Round 1: There’s not much of a feeling out process here. Miura knows he has to close the distance because Condit’s a fair bit taller and lankier than he is, so it’s forcing the action right off the bat. It’s working as well, Miura is landing some shots.


Beautiful throw by Miura there. He’s off to a strong start. Back on the feet and Miura with a really nifty trip. He’s letting Condit back up but he’s already shown that his Judo techniques are not to be slept on. He’s letting Condit know he can put him on the mat if he wants to. Condit turning up the heat now, landing some nice kicks and knees.


Condit drops him! Love the way he hid the right hand behind the push kick feint. Miura didn’t see it coming. Condit is on top of him laying a beating down now. Lots of elbows. But he gets overzealous with an armbar attempt and Miura uses it to get up and throw him again. Miura with some ground and pound to end the round. Close one. Miura started strong and finished strong, had those throws. He certainly had more of the round in terms of time. He was in control for over half the round. But Condit did drop him and beat him up on the ground. Based on that, probably Condit 10-9 but I could see giving it to Miura.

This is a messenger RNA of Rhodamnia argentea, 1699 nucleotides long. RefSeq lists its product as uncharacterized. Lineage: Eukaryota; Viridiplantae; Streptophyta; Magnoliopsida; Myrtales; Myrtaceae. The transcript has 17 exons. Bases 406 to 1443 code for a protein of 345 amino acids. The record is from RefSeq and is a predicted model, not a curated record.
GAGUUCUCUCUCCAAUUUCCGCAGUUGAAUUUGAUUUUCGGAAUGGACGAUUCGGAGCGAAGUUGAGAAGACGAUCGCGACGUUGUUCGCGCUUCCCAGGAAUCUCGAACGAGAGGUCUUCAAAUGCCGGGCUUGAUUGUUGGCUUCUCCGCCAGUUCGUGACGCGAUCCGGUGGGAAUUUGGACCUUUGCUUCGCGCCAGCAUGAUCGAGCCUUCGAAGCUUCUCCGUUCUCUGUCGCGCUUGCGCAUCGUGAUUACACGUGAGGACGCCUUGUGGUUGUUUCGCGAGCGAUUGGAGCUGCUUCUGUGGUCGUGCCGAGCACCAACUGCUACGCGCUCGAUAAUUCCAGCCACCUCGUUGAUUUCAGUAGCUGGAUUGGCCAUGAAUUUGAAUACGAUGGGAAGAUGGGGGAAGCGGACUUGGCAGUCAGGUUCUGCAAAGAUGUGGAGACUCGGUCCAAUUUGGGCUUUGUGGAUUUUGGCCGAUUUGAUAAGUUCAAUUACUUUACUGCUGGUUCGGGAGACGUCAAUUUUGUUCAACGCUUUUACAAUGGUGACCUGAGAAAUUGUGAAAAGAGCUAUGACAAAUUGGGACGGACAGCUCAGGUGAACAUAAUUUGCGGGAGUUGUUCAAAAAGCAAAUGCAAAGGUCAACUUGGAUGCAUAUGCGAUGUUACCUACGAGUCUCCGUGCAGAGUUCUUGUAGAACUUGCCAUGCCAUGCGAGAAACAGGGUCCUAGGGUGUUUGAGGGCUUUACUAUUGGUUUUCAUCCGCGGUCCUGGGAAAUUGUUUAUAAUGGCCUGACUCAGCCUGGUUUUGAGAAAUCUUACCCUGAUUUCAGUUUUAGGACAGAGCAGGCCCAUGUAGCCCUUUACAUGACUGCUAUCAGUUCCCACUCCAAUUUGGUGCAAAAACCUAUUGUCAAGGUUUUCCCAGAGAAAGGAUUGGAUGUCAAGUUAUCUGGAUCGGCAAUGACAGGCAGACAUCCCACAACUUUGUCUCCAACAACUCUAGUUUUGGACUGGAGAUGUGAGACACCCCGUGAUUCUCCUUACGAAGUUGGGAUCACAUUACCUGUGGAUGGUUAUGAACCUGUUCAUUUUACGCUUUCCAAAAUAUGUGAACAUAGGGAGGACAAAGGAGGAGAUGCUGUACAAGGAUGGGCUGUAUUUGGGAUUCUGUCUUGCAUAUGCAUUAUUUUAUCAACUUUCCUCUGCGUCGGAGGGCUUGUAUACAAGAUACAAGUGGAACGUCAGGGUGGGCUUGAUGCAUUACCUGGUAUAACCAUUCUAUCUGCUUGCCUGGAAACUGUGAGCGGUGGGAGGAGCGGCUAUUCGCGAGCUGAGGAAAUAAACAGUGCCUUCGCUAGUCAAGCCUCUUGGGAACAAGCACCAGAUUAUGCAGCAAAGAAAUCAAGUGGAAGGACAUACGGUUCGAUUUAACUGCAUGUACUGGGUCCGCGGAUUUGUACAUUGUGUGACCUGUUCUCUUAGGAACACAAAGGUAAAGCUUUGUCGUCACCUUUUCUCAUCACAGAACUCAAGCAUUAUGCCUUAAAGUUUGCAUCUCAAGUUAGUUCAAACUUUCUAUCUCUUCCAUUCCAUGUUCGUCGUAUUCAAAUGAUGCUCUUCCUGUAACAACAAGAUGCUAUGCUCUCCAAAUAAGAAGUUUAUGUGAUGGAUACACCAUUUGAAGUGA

Round 2: Condit’s looking good early here with a variety of kicks right out the gate. They wind up on the ground and Condit’s on top. Really good stuff here, it’s non-stop on the feet and on the mat. Condit gets the mount and he’s battering Miura with elbows and punches. Miura is flopping about and gives up his back so Condit dives on an armbar again. Miura having T-Rex arms is what saved him there. Condit on top again and there’s the buzzer. Condit 10-9.